In December 2012, I sang praises to J.C. Penney Co.s
stock. This summer my firm sold it at a loss. In this
article I would like to put salt in the open wound and talk
about what I learned from the J.C. Penney fiasco.
I dont think buying the department store chains
shares was a mistake. Investing is a probabilistic adventure:
You assess upside and downside probabilities of a potential
investment, and if at the end the balance is significantly
favorable, you pull the trigger.
Uncertainty is the nature of investing. Let me illustrate.
Suppose you were offered a coin-flip game: Heads you win $10,
and tails you lose $1. It makes complete sense to play this
game; the expected return (probability times outcome) is
overwhelmingly in your favor. So if you flip the coin and get
tails, was playing the game a mistake? No, of course not.
In the case of J.C. Penney, the story was fairly
straightforward. The company had been neglected and
undermanaged. Old management was fired, and brilliant new
management was brought in. New management developed a plan for
completely redesigning the stores, giving them a real
face-lift, upgrading merchandise and turning J.C. Penney into
one of the best-looking stores in the mall.
The new CEO, Ron Johnson, had been instrumental in creating
Apples stores and was a very well-respected retailer. At
the time Johnson was executing on his plan remodeling
stores as J.C. Penney continued to bleed money this is
what I wrote: The best thing about Penney is that the bar
for success is set very low. Since he took over, Johnson has
taken out $900 million in costs. Sales per square foot
should rise with every redesigned store. If Penney achieves the
pre-Johnson level of $150 per square foot and gets to keep
$700 million of cost cuts, its earnings power will be $3
to $4 per share. If sales per square foot come back to the 2007
peak of $170, earnings will jump to $6 a share.
We thought there was a very high likelihood 70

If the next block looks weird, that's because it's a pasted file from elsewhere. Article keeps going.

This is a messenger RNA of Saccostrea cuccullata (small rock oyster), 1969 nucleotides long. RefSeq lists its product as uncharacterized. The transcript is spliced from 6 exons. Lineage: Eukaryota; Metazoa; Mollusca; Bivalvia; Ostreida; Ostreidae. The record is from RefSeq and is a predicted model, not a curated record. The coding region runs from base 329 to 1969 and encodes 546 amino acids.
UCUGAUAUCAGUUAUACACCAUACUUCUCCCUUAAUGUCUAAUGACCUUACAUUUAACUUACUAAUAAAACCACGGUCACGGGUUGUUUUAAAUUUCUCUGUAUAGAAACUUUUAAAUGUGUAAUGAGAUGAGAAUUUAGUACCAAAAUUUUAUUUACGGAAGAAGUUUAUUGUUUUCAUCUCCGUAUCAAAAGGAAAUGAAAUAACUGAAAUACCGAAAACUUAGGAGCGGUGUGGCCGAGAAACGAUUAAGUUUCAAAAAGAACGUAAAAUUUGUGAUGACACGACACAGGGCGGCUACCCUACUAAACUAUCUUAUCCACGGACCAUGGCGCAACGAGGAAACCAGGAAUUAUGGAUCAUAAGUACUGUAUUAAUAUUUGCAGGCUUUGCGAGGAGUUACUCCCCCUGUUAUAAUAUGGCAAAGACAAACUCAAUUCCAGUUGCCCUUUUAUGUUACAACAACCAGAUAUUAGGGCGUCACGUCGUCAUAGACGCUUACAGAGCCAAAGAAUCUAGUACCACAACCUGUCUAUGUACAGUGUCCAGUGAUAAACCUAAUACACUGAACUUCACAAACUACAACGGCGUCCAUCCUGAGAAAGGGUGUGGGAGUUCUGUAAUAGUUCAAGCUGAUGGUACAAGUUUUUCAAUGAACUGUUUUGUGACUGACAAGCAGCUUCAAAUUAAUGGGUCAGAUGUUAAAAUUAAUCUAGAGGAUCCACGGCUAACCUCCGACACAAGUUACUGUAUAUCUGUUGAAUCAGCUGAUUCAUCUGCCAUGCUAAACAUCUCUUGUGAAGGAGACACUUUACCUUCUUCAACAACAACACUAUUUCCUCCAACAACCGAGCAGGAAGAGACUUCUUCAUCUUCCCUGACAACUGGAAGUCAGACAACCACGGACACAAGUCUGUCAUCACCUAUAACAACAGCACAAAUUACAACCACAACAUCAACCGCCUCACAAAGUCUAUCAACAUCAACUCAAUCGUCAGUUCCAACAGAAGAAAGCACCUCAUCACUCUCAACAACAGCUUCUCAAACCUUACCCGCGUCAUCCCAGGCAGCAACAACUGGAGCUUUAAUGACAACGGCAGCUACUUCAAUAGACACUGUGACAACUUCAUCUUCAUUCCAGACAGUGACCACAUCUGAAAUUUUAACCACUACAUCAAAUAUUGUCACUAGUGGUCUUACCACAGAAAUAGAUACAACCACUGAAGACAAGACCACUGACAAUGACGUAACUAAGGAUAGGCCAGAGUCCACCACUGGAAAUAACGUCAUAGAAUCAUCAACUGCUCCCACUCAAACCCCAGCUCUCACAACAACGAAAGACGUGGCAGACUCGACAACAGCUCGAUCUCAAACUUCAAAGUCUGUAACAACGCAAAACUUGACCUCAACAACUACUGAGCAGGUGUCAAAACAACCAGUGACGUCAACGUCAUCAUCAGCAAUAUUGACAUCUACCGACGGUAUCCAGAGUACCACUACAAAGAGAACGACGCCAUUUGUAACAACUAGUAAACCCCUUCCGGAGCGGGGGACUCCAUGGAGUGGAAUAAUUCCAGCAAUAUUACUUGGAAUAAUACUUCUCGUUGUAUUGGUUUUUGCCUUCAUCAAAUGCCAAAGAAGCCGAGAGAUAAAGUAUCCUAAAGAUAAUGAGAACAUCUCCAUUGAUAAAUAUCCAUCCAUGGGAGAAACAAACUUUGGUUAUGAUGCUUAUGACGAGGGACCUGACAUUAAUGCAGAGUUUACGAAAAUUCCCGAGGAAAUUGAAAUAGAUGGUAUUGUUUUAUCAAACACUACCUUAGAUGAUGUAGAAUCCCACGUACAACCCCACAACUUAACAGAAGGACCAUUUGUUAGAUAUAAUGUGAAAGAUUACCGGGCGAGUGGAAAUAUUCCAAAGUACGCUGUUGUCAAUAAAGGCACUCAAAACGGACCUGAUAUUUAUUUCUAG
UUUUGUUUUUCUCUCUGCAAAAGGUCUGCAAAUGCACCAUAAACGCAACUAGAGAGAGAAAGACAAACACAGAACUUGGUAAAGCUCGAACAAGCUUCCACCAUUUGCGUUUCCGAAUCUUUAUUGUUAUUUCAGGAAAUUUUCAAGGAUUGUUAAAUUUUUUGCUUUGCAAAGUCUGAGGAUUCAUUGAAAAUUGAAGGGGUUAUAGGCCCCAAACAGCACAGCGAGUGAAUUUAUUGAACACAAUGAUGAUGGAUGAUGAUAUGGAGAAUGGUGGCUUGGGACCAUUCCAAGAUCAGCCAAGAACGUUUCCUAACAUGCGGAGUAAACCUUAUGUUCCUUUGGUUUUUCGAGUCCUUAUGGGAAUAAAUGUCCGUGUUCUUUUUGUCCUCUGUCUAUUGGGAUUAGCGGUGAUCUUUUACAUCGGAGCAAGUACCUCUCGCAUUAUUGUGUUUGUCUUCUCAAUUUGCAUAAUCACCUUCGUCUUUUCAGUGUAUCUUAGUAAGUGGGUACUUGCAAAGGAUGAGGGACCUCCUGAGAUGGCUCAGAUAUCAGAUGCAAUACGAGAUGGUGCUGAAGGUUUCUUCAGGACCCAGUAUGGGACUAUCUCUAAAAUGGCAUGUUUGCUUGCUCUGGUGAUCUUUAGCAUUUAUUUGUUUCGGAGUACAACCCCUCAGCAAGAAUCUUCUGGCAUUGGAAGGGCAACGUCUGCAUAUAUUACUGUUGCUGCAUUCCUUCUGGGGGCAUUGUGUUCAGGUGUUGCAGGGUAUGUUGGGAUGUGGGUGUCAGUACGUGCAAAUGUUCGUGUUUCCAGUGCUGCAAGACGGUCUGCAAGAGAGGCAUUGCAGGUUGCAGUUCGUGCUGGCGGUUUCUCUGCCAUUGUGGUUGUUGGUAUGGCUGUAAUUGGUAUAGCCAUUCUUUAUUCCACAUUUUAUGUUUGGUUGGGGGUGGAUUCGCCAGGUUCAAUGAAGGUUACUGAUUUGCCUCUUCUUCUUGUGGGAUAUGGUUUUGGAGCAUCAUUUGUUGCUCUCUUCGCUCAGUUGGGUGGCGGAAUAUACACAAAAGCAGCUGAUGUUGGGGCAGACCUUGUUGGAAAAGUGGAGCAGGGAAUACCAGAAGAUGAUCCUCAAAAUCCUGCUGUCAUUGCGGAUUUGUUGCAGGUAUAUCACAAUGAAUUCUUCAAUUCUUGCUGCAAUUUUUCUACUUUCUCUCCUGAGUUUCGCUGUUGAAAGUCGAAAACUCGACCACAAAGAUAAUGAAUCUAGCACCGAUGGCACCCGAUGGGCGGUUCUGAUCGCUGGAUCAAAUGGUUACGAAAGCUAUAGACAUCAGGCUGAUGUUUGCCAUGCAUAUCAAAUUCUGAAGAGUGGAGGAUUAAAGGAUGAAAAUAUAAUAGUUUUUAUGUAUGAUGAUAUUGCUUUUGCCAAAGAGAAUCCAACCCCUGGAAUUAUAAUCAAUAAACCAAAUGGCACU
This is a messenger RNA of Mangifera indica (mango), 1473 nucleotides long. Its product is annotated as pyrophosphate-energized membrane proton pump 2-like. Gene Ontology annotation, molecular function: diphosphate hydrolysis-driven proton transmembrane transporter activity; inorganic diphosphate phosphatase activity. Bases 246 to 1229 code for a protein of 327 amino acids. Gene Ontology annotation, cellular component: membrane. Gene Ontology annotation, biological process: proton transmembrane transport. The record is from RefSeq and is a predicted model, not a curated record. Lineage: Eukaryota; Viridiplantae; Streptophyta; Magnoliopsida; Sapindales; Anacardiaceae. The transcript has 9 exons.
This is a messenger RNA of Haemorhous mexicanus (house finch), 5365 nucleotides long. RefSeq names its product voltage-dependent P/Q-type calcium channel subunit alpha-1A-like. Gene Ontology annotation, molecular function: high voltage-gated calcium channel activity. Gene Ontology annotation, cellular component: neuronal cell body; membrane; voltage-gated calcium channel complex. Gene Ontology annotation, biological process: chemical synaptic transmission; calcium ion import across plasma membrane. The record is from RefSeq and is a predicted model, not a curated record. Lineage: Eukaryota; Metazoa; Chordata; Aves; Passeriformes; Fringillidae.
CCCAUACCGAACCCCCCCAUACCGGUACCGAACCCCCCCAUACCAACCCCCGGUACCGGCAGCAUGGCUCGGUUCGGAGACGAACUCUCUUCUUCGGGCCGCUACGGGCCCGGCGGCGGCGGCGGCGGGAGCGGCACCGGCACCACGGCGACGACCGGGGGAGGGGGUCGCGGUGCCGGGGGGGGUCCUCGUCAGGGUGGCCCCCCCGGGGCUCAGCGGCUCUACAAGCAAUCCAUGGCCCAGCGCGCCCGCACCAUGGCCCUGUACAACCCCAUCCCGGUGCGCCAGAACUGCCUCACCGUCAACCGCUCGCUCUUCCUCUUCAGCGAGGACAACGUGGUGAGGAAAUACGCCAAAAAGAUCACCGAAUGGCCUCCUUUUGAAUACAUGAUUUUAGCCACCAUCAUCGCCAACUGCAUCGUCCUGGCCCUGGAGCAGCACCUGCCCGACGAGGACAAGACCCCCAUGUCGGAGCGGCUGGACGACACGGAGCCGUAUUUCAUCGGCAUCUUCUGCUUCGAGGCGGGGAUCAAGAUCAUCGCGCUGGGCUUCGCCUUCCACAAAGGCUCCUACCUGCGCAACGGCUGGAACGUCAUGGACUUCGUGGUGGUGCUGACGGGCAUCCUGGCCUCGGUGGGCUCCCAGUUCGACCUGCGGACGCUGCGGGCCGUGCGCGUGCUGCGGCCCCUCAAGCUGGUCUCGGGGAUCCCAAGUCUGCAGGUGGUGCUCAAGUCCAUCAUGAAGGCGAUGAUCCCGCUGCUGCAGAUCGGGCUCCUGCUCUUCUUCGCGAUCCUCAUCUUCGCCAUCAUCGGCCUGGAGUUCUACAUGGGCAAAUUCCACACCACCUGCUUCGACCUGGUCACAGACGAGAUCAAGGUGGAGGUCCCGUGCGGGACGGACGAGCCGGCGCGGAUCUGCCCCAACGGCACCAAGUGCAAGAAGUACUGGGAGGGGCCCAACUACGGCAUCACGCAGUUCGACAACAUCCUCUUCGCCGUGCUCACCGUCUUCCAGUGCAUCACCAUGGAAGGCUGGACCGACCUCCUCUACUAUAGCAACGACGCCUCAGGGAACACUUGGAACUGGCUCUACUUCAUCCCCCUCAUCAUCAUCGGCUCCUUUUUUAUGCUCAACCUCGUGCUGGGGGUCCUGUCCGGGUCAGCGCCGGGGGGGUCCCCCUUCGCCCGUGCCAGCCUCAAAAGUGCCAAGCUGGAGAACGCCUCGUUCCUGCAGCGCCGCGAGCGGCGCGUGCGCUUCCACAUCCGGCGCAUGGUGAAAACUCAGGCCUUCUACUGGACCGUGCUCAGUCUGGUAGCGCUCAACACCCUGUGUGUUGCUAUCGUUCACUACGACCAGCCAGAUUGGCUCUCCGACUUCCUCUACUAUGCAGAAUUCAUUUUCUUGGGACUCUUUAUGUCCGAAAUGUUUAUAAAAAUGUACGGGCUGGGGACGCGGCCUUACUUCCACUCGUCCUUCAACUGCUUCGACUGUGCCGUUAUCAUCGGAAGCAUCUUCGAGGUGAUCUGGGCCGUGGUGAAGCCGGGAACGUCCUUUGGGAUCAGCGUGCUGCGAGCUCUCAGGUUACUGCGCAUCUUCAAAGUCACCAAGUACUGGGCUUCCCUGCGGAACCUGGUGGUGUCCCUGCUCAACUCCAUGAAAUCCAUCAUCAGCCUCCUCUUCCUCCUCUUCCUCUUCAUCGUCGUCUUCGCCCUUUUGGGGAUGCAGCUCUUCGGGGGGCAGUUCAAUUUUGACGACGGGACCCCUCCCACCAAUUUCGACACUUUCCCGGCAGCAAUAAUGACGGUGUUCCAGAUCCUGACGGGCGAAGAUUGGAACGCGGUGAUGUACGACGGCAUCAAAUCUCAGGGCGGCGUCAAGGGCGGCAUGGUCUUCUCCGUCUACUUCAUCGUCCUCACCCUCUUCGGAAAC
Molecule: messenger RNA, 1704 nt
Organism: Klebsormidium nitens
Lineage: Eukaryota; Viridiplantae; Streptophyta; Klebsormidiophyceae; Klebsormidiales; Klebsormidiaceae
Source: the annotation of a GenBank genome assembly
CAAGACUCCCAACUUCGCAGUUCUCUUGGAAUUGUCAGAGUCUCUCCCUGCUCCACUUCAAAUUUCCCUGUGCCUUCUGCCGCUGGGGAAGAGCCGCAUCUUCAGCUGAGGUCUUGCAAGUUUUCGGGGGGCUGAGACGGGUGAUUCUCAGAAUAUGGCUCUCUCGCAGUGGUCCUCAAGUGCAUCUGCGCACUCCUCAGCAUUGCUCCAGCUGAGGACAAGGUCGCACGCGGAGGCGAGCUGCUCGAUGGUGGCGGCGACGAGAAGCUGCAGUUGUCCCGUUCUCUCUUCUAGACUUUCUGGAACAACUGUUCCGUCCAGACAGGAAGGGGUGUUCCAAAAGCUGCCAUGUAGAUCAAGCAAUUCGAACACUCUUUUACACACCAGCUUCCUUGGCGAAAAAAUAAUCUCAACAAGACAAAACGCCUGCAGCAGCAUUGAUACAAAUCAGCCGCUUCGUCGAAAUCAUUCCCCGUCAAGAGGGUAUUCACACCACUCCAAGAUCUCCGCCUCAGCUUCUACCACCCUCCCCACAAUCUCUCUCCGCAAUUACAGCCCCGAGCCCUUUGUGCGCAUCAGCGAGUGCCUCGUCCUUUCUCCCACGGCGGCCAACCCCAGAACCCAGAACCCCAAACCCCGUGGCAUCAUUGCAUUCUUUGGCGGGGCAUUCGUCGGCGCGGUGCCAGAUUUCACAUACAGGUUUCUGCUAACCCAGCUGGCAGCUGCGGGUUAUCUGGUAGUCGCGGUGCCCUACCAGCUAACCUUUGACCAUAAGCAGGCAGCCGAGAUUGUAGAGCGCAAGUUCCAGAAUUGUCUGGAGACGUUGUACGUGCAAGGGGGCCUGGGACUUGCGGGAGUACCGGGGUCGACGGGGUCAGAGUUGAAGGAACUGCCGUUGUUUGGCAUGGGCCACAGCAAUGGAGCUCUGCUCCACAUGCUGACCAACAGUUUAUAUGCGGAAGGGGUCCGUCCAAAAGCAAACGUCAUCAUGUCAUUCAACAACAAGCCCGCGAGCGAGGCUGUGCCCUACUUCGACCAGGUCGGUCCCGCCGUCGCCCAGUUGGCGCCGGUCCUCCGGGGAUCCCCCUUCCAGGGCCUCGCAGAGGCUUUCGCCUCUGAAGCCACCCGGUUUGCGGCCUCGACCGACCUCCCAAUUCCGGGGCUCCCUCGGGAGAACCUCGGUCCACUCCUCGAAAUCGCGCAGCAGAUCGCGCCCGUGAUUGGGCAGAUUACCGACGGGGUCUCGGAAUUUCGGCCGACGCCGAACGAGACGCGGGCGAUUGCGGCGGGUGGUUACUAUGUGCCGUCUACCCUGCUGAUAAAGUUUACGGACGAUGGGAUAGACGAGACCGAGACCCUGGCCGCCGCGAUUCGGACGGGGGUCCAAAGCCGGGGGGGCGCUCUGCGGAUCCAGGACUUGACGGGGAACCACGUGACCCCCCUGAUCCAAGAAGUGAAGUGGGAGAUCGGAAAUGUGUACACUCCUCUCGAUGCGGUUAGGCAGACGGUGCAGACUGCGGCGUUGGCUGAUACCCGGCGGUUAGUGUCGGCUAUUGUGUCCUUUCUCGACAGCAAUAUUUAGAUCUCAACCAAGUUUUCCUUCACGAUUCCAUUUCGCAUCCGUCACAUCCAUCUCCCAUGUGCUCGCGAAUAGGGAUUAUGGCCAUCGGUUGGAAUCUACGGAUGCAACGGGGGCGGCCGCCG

percent or so that Johnson would be successful; if so,
the upside would be threefold or more. If he failed a 30
percent chance the downside was probably 40 percent or
so. The risk-reward scenario was very attractive.
Johnson failed. Well, we are not 100 percent sure he failed
he was fired before he had a chance to prove himself.
But there is another sublesson we learned: Dont
underestimate U.S. consumers desire to be deceived by
coupons and sales. Part of Johnsons strategy was to have
honest, everyday-low prices. That did not fly with American
consumers. They wanted prices to be raised and then discounted.
After the CEO was fired, stories started to leak out that he
was a visionary but not a good manager. He canceled
multibillion-dollar brands without consulting with the board.
Also this is clear now Johnson should have tested
his pricing strategies first, maybe in a few stores in one
market, rather than rolling out a new, completely different
pricing strategy all at once.
When Johnson was fired, we sold the stock. Our bet was on
Johnson. Myron (Mike) Ullman, who replaced Johnson, was the old
CEO who had slowly but surely guided J.C. Penney into
irrelevance for years. With Johnsons departure our wisdom
on the upside and downside was gone. In fact, the downside
started to look deeper.
Johnson came from Apple, a company that does not believe in
making incremental decisions. If you make leaps, as Apple does,
you had better be right or you might be dead at least,
you had better be able to afford to be wrong. This leads to my
real reason for reopening the J.C. Penney wound. I want to
visit a topic rarely discussed by investors: position sizing.
How do you determine the correct percentage of a portfolio to
allocate to a single idea? We believe position sizing should be
driven not by reward but by risk. J.C. Penney had a terrific
upside, but it still had a 40 percent downside, with a
meaningful 30 percent probability. However, when we sold the
stock at a loss, the impact on the total portfolio was less
than 1 percent.
In the past our position sizing was driven by intuition.
J.C. Penney made us rethink that. We turned position sizing
into a fairly rational and well-defined process. Each company
in our portfolio gets a rating for the quality of its business:
the size of its moat, the strength of its balance sheet, how it
fits in its industry. We assess its management in two
dimensions: how good it is at running the business (building
moats around it) and at allocating capital. Last, there is an X
factor, where we judge business cyclicality, complexity and
transparency (banks, for instance, would never get a high score
there). Then we balance the totality of these factors against
the cheapness of the stock: Should we take a starter position
or a full position?
We arrive at a fairly disciplined decision about how much we
should allocate to the stock. This way our portfolio will
always tilt toward higher quality and risk is minimized, not
just through valuation (providing a margin of safety) but
through quality as well. There is a place for J.C.
Penneylike positions in the portfolio but not too
As Warren Buffett put it: Rule No. 1: Never lose
money. Rule No. 2: Never forget Rule No. 1.